Thanks for Asking | May 19, 2010

What’s the best way to get from Water Street to Oakwood Mall?

Frank Smoot |

How did Hastings Way get its name?
Thanks for asking. That is a hard one. What we know is thanks to recent research done by Brian Amundson (among America’s Top 10 Public Works Leaders, as astute V1 readers know). Let’s let him spin it:

Looks like it was first created as a road that went from Omaha Street to just south of Seymour Road. This was platted as part of “Somona Park Place,” recorded in 1916.

A 1940 map shows what’s now Hastings Way having several names along its route: Chippewa Falls Road (north of Seymour Road), Hastings Way (Birch Street to Seymour), Birney Street (Altoona Avenue to Main Street), and Osseo Road (Brackett Avenue to Altoona Avenue).

A 1918 ad in the Eau Claire Leader shows lots for sale in Sonoma Park Place. “$1 down and $1 per week. No interest or taxes for two years – no payments when sick or out of work.” These lots were being marketed and sold by Hastings Realty Co, which assured the reader “Anyone can buy a lot the Hastings Way.”

Until we hear otherwise, Brian and I are guessing the phrase just kinda stuck.

Do you know when the staircase from downtown to the Eastside Hill was built and the elevation gain it has?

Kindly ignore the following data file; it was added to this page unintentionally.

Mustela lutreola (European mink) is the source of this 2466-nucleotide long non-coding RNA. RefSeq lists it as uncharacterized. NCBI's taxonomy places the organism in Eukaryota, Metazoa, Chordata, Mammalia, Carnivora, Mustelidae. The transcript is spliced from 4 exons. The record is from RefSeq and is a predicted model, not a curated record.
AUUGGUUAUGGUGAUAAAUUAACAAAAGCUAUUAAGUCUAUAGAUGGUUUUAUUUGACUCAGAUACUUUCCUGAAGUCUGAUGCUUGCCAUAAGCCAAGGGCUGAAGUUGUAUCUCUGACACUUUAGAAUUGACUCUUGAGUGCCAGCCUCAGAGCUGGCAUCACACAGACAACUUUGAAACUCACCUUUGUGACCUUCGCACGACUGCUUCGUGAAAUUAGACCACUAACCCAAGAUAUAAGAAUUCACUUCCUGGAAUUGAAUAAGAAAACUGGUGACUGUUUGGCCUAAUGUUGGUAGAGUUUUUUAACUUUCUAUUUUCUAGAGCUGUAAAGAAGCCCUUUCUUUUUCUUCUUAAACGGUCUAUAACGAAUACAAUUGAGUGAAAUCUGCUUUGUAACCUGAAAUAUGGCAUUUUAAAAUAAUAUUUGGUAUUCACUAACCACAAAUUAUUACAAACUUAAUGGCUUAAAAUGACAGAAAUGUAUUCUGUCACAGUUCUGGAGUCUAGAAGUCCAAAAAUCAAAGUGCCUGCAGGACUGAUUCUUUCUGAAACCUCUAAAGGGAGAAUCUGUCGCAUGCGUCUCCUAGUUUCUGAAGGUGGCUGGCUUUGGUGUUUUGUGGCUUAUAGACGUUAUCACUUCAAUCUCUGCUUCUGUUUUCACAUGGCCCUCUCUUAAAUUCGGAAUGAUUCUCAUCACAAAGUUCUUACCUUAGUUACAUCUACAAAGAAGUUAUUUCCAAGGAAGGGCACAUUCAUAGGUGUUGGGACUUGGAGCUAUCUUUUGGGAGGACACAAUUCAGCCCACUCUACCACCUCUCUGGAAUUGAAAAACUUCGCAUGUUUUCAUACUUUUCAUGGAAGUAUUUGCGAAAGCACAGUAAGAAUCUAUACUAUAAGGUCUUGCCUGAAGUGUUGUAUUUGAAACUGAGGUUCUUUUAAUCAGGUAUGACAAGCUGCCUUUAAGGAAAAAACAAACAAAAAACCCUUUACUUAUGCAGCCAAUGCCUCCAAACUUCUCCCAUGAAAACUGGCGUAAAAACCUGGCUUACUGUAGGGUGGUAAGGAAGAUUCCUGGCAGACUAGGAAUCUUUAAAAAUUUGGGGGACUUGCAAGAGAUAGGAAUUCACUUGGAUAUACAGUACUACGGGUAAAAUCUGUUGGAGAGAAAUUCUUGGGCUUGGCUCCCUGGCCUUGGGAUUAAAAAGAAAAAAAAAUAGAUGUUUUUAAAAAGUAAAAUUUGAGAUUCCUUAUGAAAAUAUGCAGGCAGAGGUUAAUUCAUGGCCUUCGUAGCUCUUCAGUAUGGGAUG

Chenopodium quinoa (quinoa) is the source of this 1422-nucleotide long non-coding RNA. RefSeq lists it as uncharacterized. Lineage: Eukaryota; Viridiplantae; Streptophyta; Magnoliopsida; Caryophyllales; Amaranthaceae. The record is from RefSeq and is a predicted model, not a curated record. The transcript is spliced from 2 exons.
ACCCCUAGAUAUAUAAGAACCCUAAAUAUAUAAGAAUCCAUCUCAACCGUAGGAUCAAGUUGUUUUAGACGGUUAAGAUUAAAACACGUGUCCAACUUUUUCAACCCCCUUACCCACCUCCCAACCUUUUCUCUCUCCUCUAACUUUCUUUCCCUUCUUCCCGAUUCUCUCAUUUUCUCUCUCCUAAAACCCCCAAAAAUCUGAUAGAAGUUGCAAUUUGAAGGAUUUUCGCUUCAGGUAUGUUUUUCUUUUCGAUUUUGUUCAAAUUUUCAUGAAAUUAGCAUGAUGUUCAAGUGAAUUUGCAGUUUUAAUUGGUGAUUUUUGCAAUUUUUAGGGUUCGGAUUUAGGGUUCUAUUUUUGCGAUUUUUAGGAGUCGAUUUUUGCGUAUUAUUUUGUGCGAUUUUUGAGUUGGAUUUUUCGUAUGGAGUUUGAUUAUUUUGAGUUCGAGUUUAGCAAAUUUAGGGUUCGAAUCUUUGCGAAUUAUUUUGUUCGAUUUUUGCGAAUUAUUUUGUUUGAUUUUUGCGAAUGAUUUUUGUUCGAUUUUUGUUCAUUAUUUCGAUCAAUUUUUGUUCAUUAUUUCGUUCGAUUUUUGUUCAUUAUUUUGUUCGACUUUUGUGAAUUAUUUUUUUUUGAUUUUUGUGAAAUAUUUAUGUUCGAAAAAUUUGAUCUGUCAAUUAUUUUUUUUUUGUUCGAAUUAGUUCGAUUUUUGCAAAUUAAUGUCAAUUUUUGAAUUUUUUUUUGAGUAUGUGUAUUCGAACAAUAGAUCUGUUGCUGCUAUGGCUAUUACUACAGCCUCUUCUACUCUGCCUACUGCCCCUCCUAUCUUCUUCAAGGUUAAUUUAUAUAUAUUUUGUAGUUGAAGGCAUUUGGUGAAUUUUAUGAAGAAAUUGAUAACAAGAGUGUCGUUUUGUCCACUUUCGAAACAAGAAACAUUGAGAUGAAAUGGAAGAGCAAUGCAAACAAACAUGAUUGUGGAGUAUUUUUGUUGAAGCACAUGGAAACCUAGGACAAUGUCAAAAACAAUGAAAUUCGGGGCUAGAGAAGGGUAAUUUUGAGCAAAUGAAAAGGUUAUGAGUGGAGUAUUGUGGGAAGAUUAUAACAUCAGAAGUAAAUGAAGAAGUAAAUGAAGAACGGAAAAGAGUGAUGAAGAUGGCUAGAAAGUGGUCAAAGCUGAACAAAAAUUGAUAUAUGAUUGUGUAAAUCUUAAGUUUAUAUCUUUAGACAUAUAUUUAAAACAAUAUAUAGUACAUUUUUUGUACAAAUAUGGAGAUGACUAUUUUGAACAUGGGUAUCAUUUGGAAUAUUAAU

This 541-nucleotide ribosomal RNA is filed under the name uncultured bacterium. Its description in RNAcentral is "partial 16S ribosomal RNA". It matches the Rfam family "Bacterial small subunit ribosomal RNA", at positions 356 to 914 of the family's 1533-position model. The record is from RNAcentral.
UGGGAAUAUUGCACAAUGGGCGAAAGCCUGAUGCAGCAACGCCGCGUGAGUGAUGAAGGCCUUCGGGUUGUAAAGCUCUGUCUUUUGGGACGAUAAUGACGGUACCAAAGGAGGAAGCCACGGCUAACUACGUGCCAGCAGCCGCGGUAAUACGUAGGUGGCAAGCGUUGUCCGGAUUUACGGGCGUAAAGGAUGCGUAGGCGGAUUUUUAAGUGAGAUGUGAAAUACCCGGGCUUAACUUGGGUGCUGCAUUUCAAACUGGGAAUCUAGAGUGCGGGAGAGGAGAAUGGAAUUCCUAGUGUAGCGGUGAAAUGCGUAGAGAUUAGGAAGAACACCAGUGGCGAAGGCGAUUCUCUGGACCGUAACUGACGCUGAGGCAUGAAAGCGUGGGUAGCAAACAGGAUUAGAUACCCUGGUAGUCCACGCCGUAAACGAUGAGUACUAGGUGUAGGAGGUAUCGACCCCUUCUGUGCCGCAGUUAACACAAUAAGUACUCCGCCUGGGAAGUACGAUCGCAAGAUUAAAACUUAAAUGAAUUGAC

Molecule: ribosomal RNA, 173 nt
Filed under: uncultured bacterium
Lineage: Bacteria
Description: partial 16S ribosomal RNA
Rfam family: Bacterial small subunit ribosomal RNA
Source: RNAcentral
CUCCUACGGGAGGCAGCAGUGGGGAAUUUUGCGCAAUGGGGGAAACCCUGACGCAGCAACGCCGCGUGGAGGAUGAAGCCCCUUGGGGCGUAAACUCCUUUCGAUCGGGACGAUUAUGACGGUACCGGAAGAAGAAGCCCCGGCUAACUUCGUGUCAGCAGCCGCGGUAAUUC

The current steps are public-works stuff of the Depression, which started about 1933 and ran through 1940. (Other projects: Owen Park Bandshell, Carson Park stadium, grading Gray Street, most of the east-side sewers. On and on.)

At that time, people probably thought of the steps as access to downtown generally and Bartlett School specifically – which was where the Park Tower apartments sit now on Farwell Street. But these “new” steps were a second (or third?) generation; the originals were built up the hill, to give access from downtown to Forest Hill Cemetery.

The cemetery was fenced in 1867, but had actually been in use a few years already; it was fenced, finally, to keep cattle out. A newspaper of the day called the fact that cattle ran there “a disgrace to Christian society.”

About 1870 H.C. Putnam (Putnam Street, Drive, Heights, etc.) “advocated a flight of steps [to ease cemetery access] with benches at intervals up the bluff, which was 90 feet high.” (So there’s that answer!) Putnam was a powerful and persuasive fellow, and I’m sure his steps got built.

No road for vehicles went directly from downtown to the cemetery until 1874, so the steps would have been the only path for several years. I have some idea – for no very good reason – that this 1874 road is the brick path (still visible) intersecting the steps.

What’s the best way to get from Water Street to Oakwood Mall?
The thing about Eau Claire is that there are always at least two ways to get anywhere and none of them very good. Being a generous soul, I like to think the trouble has to do with our beautiful rivers and sheltering hills.

Three common ways, of course. Left on State Street to Harding Street Hill, or “Plank Street” to super-townies (four and a half miles, starting at The Joynt); right on State to the State Street Hill (five miles); and down Menomonie to Clairemont (seven miles), which seems way out of the way but really isn’t, because all these routes clock-in at just over 10 minutes. I would take Plank Street Hill.